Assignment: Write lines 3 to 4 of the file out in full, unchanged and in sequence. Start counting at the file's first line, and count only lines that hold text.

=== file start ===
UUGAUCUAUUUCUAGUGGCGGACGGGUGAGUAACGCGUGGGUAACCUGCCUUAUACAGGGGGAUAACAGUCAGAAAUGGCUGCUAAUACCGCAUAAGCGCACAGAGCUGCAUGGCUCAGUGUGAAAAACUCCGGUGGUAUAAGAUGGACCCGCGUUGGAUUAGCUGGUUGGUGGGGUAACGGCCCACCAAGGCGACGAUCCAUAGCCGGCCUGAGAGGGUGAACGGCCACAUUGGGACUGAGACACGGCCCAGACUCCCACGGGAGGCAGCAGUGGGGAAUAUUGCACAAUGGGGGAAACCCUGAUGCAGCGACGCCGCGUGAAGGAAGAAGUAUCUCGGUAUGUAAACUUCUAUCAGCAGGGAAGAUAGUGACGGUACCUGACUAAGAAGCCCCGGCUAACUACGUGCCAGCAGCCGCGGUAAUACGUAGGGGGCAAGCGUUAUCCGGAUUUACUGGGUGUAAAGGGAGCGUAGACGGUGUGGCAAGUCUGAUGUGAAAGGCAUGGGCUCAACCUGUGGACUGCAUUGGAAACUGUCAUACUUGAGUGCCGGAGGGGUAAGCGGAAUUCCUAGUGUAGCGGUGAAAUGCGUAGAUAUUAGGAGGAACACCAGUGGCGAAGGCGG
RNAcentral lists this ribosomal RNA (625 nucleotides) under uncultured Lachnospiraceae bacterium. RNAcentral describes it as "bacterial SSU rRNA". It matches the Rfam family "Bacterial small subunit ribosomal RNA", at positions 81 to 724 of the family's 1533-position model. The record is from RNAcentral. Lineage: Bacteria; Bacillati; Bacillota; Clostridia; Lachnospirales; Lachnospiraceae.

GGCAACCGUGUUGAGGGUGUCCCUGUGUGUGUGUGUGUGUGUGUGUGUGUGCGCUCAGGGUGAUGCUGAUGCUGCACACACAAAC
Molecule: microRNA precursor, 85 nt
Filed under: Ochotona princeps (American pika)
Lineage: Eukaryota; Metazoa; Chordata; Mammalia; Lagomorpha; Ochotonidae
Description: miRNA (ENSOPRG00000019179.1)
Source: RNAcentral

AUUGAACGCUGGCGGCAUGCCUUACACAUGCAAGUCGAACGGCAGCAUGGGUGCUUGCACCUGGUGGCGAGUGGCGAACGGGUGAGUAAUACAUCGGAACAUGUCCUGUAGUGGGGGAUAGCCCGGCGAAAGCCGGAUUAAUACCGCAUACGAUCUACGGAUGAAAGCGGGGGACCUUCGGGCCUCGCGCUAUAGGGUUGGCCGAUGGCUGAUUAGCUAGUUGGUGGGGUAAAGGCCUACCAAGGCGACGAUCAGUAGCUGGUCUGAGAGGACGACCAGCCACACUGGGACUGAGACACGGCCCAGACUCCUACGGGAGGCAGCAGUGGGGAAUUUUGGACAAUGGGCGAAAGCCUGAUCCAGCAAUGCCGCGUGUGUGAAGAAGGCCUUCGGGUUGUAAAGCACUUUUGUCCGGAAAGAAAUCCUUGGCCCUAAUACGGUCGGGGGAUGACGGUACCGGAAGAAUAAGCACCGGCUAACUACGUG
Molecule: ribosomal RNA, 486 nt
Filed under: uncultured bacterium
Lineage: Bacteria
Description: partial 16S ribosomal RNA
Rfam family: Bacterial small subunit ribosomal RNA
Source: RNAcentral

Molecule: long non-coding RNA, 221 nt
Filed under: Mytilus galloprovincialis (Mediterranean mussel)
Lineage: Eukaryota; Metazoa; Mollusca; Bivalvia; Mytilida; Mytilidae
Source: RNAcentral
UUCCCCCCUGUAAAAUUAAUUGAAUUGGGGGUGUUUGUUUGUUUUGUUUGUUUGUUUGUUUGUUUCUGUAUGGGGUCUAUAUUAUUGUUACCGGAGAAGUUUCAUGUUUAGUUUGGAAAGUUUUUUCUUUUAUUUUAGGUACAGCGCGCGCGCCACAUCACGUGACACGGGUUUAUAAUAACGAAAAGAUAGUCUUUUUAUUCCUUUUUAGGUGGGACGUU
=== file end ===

GGCAACCGUGUUGAGGGUGUCCCUGUGUGUGUGUGUGUGUGUGUGUGUGUGCGCUCAGGGUGAUGCUGAUGCUGCACACACAAAC
Molecule: microRNA precursor, 85 nt